Keep a list of the best blogs you read last year. Stuck for inspiration? Go back to your list and note what the writers you follow are doing well. Start there.
Make a list of 10 influencers in your industry. Contact them for an interview.
Make a list of your 10 most recent customers. Contact them for a case study.
Create a new note in your phone entitled ‘content ideas.’ Whenever a clever idea hits you at 5am, put it in the list. Comedian Sarah Millican carries a notepad with her at all times, in case she says, hears or thinks of something funny. She’s not done too badly.
Who are the unsung heroes in your team? Why? Book in some time with one, per month, interview them and write something genuine about what your company does, who the team are and what it takes to make a difference.
Content can be anything you like – it’s not necessarily a blog, just something that adds value for others. Write down the 5 most useful things you remember from last year, and note what they have in common? Were they all the same medium, or did they differ? That begins to tell you what works in your industry, and where you can begin focusing your efforts.
Content is 80% thinking, 20% doing. Timetable in thinking or research time before you produce anything.
When you write, your first draft will always (always) be terrible. Allow 20% of time to bash out a bad first draft, and 80% of your time to edit. When in doubt, sleep on it, come back and delete 20% before you publish.
It is completely acceptable to publish something, and if it doesn’t work, delete it. Nobody died. Content marketing is not about perfection, it’s about value. And it takes time to learn what people really want.
Think about the last time you enjoyed producing content – was it a picture you took? A conversation you had on a podcast? Did you write an article that felt great to ‘get out there’? Stick to what you enjoy, but make a monthly commitment to do it. Content is all about consistency, as well as enthusiasm.
No idea what to write / talk / tweet about? Think about the last conversation you had with a customer. What did they ask you for help with? Start there.
Content marketing is the home of free marketing. Start with a blog. Not sure what to blog about? Read this.
How often should you blog? Friend, as often as you bloody well like. How long should a blog be? Pal, as long or short as you please. It won’t affect your SEO greatly if you decide to blog every second, or every month. The key is it must be sustainable. And if you can’t sustain a blog a day (and nobody besides Seth Godin can) then step away from the laptop. The world will keep turning.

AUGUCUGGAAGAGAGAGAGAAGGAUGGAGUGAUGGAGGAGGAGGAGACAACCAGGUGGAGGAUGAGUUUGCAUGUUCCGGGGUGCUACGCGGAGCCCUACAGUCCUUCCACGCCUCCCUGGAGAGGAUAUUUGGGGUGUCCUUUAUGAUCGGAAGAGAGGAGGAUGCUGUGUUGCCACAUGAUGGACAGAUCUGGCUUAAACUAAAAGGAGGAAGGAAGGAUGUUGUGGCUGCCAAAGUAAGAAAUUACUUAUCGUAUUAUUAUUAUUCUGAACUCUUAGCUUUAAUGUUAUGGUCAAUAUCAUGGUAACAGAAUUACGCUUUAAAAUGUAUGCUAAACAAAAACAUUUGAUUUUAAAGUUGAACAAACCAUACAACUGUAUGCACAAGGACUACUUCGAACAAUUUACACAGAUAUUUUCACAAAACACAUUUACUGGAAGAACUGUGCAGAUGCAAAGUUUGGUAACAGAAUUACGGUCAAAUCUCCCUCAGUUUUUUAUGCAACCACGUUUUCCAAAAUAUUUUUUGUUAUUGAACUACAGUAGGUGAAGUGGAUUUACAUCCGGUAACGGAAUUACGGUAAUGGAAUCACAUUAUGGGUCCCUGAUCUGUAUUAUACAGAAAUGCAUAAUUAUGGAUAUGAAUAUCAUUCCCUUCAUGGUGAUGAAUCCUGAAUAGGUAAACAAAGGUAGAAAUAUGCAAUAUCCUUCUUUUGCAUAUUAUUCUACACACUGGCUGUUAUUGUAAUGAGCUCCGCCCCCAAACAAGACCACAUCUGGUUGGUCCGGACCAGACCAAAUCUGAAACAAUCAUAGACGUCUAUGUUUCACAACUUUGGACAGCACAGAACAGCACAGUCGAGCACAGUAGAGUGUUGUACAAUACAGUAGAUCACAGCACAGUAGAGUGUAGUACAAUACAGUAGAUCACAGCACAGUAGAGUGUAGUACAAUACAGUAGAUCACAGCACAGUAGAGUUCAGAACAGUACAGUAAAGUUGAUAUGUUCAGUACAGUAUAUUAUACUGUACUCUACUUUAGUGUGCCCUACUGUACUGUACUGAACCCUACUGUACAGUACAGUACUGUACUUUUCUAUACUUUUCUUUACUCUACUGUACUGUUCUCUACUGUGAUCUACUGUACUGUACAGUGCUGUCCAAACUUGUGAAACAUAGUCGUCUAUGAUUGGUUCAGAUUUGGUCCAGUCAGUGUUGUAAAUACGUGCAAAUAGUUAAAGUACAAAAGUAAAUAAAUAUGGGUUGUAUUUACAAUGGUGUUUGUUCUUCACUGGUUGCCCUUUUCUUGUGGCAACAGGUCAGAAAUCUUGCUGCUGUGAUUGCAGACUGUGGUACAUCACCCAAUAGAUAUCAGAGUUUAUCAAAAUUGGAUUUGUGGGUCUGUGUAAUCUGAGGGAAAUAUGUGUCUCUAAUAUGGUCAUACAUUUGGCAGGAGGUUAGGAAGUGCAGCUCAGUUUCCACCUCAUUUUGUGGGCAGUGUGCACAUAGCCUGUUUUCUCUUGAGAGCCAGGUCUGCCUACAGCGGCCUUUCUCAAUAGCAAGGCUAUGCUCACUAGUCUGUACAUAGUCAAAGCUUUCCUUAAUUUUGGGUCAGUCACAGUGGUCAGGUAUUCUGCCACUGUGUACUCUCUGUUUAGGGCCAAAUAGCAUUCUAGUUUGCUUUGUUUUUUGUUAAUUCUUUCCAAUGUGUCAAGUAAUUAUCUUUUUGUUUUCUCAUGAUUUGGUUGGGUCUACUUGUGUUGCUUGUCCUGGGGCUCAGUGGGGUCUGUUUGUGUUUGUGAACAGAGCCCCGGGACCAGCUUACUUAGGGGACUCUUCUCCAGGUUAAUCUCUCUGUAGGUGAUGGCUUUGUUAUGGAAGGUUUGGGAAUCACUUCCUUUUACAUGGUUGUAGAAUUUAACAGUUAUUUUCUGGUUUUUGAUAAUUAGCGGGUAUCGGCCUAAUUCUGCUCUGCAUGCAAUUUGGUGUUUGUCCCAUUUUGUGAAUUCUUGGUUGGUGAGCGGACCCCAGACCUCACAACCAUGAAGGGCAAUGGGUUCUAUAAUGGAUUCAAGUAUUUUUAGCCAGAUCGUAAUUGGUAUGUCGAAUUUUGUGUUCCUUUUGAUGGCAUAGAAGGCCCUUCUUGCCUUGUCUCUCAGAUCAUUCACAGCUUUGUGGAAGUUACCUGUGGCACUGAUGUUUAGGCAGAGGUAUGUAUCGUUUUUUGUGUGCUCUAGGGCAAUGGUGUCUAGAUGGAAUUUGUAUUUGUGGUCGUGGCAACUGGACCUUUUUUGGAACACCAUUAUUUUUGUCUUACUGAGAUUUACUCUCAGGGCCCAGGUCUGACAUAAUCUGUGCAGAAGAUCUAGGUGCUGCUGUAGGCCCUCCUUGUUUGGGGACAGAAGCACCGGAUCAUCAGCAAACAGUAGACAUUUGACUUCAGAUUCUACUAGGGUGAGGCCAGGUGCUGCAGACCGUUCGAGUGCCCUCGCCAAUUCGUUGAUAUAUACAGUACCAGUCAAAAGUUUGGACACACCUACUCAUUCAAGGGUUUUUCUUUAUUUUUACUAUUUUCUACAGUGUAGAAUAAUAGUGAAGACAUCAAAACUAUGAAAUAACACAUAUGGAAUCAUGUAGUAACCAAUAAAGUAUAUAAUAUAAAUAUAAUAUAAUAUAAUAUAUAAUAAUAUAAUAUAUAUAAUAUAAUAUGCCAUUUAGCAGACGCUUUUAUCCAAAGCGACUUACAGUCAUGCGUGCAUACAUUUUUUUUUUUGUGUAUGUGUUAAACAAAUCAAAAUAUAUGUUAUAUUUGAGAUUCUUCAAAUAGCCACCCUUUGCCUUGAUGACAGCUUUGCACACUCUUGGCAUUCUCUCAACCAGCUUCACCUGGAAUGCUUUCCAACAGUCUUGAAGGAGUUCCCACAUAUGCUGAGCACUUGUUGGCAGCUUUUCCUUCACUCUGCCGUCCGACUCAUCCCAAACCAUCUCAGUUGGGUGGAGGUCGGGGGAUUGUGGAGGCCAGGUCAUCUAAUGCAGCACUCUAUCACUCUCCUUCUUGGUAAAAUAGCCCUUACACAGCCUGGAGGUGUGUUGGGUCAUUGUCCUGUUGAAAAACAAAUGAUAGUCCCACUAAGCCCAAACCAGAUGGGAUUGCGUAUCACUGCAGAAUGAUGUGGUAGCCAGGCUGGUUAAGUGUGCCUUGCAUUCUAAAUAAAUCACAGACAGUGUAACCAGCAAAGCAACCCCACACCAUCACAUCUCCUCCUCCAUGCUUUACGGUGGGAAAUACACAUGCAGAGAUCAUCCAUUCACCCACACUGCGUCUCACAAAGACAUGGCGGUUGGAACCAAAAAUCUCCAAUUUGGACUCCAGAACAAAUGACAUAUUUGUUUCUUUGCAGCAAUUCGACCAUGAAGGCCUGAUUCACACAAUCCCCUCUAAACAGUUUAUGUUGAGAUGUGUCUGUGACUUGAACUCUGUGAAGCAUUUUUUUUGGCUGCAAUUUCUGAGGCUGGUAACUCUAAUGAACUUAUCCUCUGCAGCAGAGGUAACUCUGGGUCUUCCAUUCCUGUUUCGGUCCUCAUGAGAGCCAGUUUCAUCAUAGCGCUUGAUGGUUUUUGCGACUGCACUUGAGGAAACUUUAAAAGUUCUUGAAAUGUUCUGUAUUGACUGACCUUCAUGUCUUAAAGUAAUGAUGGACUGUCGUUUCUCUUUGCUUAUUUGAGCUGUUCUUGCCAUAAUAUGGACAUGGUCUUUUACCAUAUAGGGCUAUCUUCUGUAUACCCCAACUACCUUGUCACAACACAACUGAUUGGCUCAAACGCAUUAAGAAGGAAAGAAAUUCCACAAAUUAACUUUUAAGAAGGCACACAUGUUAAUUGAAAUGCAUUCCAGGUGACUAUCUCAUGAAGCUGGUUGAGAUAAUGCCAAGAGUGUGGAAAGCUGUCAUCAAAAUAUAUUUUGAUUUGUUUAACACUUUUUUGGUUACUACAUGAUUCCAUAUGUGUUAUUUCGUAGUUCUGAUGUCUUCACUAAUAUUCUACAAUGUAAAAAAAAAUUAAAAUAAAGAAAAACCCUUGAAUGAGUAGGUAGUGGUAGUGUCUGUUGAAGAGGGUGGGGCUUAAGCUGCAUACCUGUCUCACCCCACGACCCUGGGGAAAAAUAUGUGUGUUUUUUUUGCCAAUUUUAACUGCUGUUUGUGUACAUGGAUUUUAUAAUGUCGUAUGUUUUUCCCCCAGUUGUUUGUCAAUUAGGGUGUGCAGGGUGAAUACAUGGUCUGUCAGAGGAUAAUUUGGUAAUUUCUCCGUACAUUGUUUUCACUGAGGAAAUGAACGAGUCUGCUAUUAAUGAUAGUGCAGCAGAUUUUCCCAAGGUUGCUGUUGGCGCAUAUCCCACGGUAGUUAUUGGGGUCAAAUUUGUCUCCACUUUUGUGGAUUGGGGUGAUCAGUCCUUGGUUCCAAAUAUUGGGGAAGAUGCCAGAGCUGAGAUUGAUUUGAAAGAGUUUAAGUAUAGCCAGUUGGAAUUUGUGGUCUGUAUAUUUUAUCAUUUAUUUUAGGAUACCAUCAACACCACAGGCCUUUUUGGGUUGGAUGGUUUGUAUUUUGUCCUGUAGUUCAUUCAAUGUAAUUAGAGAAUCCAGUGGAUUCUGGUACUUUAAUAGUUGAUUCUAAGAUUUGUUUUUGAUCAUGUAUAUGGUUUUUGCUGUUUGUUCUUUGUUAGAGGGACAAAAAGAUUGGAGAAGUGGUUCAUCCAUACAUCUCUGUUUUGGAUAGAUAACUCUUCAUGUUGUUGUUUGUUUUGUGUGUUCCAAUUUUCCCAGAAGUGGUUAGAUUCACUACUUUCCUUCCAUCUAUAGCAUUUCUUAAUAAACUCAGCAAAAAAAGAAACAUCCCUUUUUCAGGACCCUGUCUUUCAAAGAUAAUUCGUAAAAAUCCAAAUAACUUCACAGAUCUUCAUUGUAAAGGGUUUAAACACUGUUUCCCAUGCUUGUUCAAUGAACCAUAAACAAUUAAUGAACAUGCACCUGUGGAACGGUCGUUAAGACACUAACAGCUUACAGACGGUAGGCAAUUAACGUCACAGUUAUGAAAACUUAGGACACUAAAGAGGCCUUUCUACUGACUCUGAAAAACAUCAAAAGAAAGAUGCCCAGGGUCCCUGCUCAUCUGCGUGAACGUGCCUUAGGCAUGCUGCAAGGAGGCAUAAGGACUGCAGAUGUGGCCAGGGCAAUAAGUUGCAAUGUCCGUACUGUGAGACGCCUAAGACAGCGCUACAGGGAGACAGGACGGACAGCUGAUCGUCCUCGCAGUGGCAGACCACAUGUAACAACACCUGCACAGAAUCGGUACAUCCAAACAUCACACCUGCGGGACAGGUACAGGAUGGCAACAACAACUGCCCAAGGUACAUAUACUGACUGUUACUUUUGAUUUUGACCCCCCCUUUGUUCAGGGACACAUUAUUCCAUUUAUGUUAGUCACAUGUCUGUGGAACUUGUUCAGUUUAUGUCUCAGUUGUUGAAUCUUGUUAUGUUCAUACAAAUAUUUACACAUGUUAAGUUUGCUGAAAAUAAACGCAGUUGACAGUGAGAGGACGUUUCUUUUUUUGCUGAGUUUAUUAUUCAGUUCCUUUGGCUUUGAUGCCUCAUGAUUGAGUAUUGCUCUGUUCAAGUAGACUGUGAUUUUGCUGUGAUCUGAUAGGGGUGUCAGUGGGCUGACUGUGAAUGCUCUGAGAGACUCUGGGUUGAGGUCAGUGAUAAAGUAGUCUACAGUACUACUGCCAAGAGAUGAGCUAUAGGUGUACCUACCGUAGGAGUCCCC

Enjoy blogging! (What?) Yes, that’s right. ENJOY IT.You are witty and funny and awesome and talented. Share that stuff with the world. And who cares about spelling mistakes and grammar errors? You do you, and the rest will follow.
Send your content to other influencers in your field. Ask if they’ll re-share for you.
Get involved in some of the brilliant online forums for your industry. Explore Twitter chats, webinars, Facebook groups, LinkedIn groups and anywhere else that other people such as you share content. Join. Join in. And gradually, start sharing some of your brilliant ideas.
Never, ever worry about what other people are writing about.
Posting to social media is completely free. But thinking isn’t easy. So, take some time and actually select two or three channels to focus on. More is madness, I’m afraid.
Social media could and should be enjoyable. But like chocolate, limit your consumption. Allow yourself a set amount of time to engage on social media and create content each week, and don’t go outside that.
Create a social media group for a niche within a niche, promote it in as many places as you can.If it grows enough, you could even ask people to pay a membership fee.
Create a Twitter chat for your particular industry, ask relevant influencers to guest-host and curate monthly topics that are relevant. Use it as an opportunity to find new people to follow, and widen your reach.
Follow new accounts on your chosen platform each week. Tools such as Crowdfire really help with this. A good place to start is by following your competitors followers.
Use LinkTree to ramp-up the value you get from the single link in all your social bios.
Experiment with links, quotes, ideas, mantras and emojis in your bio information – can you communicate more with less? Can you shock people a little? Inspire them?
Get outside. Spend a day with customers, walking around the city you live in, working from a different environment. Take pictures, take note of how other people work.
Go and visit a customer, take your phone with you. Take pictures. Talk about the day in general terms, and express gratitude / interest in what you talked about.
Share something of real value at least once a week. I find writing lists of thoughts, ideas and questions as I go along in a word document helpful. By the end of the week, you’ve got something worth sharing!
Visit Piliapp, home of emojis that can be used on a desktop computer.
Cut up a blog you wrote into 5 social media posts, each one a section with a link to the post.
Write a story about a lesson you learned, share it on LinkedIn.
Create a mini social media campaign related to the season / near national events coming up. Create images using Canva and a special offer relating to your business. Schedule 6-10 posts across your channels using Buffer.